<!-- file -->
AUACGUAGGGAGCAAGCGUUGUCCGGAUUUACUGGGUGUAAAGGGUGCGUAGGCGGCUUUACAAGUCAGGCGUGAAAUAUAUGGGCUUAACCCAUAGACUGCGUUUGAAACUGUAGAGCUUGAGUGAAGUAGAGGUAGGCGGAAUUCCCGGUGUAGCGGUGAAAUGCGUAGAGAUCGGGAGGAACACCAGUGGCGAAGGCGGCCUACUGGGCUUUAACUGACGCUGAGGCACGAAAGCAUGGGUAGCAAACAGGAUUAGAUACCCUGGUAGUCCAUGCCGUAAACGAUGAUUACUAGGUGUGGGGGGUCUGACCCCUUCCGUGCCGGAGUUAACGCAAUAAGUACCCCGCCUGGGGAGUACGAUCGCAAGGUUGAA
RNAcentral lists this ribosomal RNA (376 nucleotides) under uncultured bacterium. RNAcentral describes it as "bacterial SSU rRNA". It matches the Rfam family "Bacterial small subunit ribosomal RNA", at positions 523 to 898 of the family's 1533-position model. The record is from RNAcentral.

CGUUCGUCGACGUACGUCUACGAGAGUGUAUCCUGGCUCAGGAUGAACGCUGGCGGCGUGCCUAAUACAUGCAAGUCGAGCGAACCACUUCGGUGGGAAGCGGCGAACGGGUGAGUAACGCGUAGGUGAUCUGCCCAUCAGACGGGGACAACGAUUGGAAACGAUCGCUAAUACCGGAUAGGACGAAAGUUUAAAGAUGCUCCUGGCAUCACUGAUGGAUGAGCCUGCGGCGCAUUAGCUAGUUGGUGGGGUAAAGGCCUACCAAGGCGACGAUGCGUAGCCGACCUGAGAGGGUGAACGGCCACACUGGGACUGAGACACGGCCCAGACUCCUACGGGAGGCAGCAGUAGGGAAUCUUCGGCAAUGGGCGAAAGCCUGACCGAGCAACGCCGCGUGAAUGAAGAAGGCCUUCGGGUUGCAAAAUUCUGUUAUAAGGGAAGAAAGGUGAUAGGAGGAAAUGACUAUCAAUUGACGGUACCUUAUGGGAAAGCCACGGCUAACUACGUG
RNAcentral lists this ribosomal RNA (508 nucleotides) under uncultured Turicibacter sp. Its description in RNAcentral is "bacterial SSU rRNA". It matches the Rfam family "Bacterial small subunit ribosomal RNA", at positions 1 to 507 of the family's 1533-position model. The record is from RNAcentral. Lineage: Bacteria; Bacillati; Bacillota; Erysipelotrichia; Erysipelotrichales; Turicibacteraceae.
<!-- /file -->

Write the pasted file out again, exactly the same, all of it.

AUACGUAGGGAGCAAGCGUUGUCCGGAUUUACUGGGUGUAAAGGGUGCGUAGGCGGCUUUACAAGUCAGGCGUGAAAUAUAUGGGCUUAACCCAUAGACUGCGUUUGAAACUGUAGAGCUUGAGUGAAGUAGAGGUAGGCGGAAUUCCCGGUGUAGCGGUGAAAUGCGUAGAGAUCGGGAGGAACACCAGUGGCGAAGGCGGCCUACUGGGCUUUAACUGACGCUGAGGCACGAAAGCAUGGGUAGCAAACAGGAUUAGAUACCCUGGUAGUCCAUGCCGUAAACGAUGAUUACUAGGUGUGGGGGGUCUGACCCCUUCCGUGCCGGAGUUAACGCAAUAAGUACCCCGCCUGGGGAGUACGAUCGCAAGGUUGAA
RNAcentral lists this ribosomal RNA (376 nucleotides) under uncultured bacterium. RNAcentral describes it as "bacterial SSU rRNA". It matches the Rfam family "Bacterial small subunit ribosomal RNA", at positions 523 to 898 of the family's 1533-position model. The record is from RNAcentral.

CGUUCGUCGACGUACGUCUACGAGAGUGUAUCCUGGCUCAGGAUGAACGCUGGCGGCGUGCCUAAUACAUGCAAGUCGAGCGAACCACUUCGGUGGGAAGCGGCGAACGGGUGAGUAACGCGUAGGUGAUCUGCCCAUCAGACGGGGACAACGAUUGGAAACGAUCGCUAAUACCGGAUAGGACGAAAGUUUAAAGAUGCUCCUGGCAUCACUGAUGGAUGAGCCUGCGGCGCAUUAGCUAGUUGGUGGGGUAAAGGCCUACCAAGGCGACGAUGCGUAGCCGACCUGAGAGGGUGAACGGCCACACUGGGACUGAGACACGGCCCAGACUCCUACGGGAGGCAGCAGUAGGGAAUCUUCGGCAAUGGGCGAAAGCCUGACCGAGCAACGCCGCGUGAAUGAAGAAGGCCUUCGGGUUGCAAAAUUCUGUUAUAAGGGAAGAAAGGUGAUAGGAGGAAAUGACUAUCAAUUGACGGUACCUUAUGGGAAAGCCACGGCUAACUACGUG
RNAcentral lists this ribosomal RNA (508 nucleotides) under uncultured Turicibacter sp. Its description in RNAcentral is "bacterial SSU rRNA". It matches the Rfam family "Bacterial small subunit ribosomal RNA", at positions 1 to 507 of the family's 1533-position model. The record is from RNAcentral. Lineage: Bacteria; Bacillati; Bacillota; Erysipelotrichia; Erysipelotrichales; Turicibacteraceae.